Legal recourse and more
By: Asad Baig
Since 2000, over 80 journalists have been killed, hundreds threatened, harassed, intimidated, abducted and attacked. Most of the cases go unregistered, and investigations for those that can even boast the basic FIR, are endlessly and sometimes deliberately delayed and perpetrators roam free. So, what is the reason behind the lack of legal follow-up of journalist murders?
“In case of a journalist’s killing, unless the family comes and charges a particular person, our criminal justice system completely fails. If the family of a victim nominates an accused, there is a chance of some investigations but otherwise none,” says Kamran Arif, a prominent lawyer and co-chair of Human Rights Commission of Pakistan (HRCP).
Journalist unions express similar helplessness. Amin Yousuf, General Secretary, Pakistan Federal Union of Journalists (PFUJ) says, “It’s impossible to get legal support in cases of threats and killing of journalists. Investigation and prosecution aside, not even an FIR has been registered in some cases. We have no legal protection at all. We have no resources to pursue the cases of slain journalists in the courts.”
Activists working on journalist safety issues have often lamented the lack of a supporting legal framework that allows journalists’ murders to be properly investigated. PFUJ also holds the same position: “We have no legal resources to pursue the cases of slain journalists in courts. What we need is a network of trained lawyers to help us reopen investigations and cope with regular proceedings.”
Saif-ul-Islam Saifi, President, Peshawar Press Club, deals with the reality of threats to journalists on daily basis. His province Khyber-Pakhtunkhwa is notorious for journalists being targeted. According to Saifi, “The current legal mechanisms and laws are not effective. The situation will not improve unless special measures are taken. There is a need for legislation for journalists’ safety without the usual complexities of current laws and the draft bill has to be prepared with all stakeholders on board.”
A special law to protect free journalism is not a new concept. Multiple high-risk countries have experimented with different models of designating a special prosecutor for journalist killings. Among the most recent examples is Mexico. A high risk region for journalists, Mexico, has recently federalised crimes against journalists and introduced laws to protect journalists/human rights defenders and a Special Prosecutor’s Office for Crimes against Free Expression (FEADLE). But while the Mexican government has been swift in introducing new mechanisms, international watchdogs have termed them ‘inadequate and ineffective’.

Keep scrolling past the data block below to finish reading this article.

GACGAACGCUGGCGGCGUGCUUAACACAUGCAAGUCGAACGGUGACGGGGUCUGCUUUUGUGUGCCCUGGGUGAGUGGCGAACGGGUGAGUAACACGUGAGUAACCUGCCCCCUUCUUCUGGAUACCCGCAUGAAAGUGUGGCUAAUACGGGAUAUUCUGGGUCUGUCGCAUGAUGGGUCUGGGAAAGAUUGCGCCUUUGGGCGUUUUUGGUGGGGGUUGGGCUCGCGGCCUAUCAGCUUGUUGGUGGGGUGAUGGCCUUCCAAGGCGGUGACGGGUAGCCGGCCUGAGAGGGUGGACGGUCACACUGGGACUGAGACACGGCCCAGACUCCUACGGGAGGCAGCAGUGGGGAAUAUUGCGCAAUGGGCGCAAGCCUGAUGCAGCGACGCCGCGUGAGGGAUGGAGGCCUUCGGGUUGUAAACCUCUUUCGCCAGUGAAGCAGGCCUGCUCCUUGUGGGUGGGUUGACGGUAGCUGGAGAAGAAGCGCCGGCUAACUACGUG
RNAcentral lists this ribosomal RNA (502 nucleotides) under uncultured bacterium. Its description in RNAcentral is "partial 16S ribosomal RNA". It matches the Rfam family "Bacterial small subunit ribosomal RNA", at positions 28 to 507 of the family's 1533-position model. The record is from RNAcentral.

Can a similar model work in Pakistan? Kamran Arif of HRCP remains sceptical. “Prosecutors in our scheme of things don’t make a lot of difference; it’s the investigation which has to be almost completely in the hands of police. Part of the problem is a lack of will, but it’s also their lack of ability to investigate. The government has to be serious about it. There might be special investigators for killings but a special prosecutor might not be that effective,” he explains.
The futility of special measures for investigation and prosecution in the current set-up in Pakistan has been highlighted in the past. Hayat Ullah case is one example. “A high-level commission was formed to investigate his killing but its report, even after some years of its completion, has not been made public yet,” says Saifi.
The constitution of a special investigative commission to investigate the more recent Saleem Shahzad’s murder was touted as a giant step forward. However, the report did not go beyond hinting at a possible involvement of intelligence agencies but did not charge anyone in particular. Interior Minister Rehman Malik has often made public promises to the media to investigate journalists’ killings but has yet to deliver. It would appear that rather than a lack of legal procedures to conduct the investigation, it is a lack of political will that is creating a hindrance in a legal follow-up of threats to journalists.
Safdar Dawar, President, Tribal Union of Journalists, expresses concerns about the government’s commitment towards the cause. “In FATA, all governance systems are weak except for state agencies. It’s not in the interest of the government to investigate cases of targeting journalists, for they will prove either the incompetence of security forces or the involvement of agencies themselves,” he says.
Looking at the perspectives of journalist leaders and human rights defenders one can conclude that while having a special law for journalists might be one of the options but till we get there, the investigations and prosecution has to be done within the mainstream legal system. As Kamran Arif puts it, “We need to strengthen and make functional what is already there through resource allocation and determination of government to solve these cases.”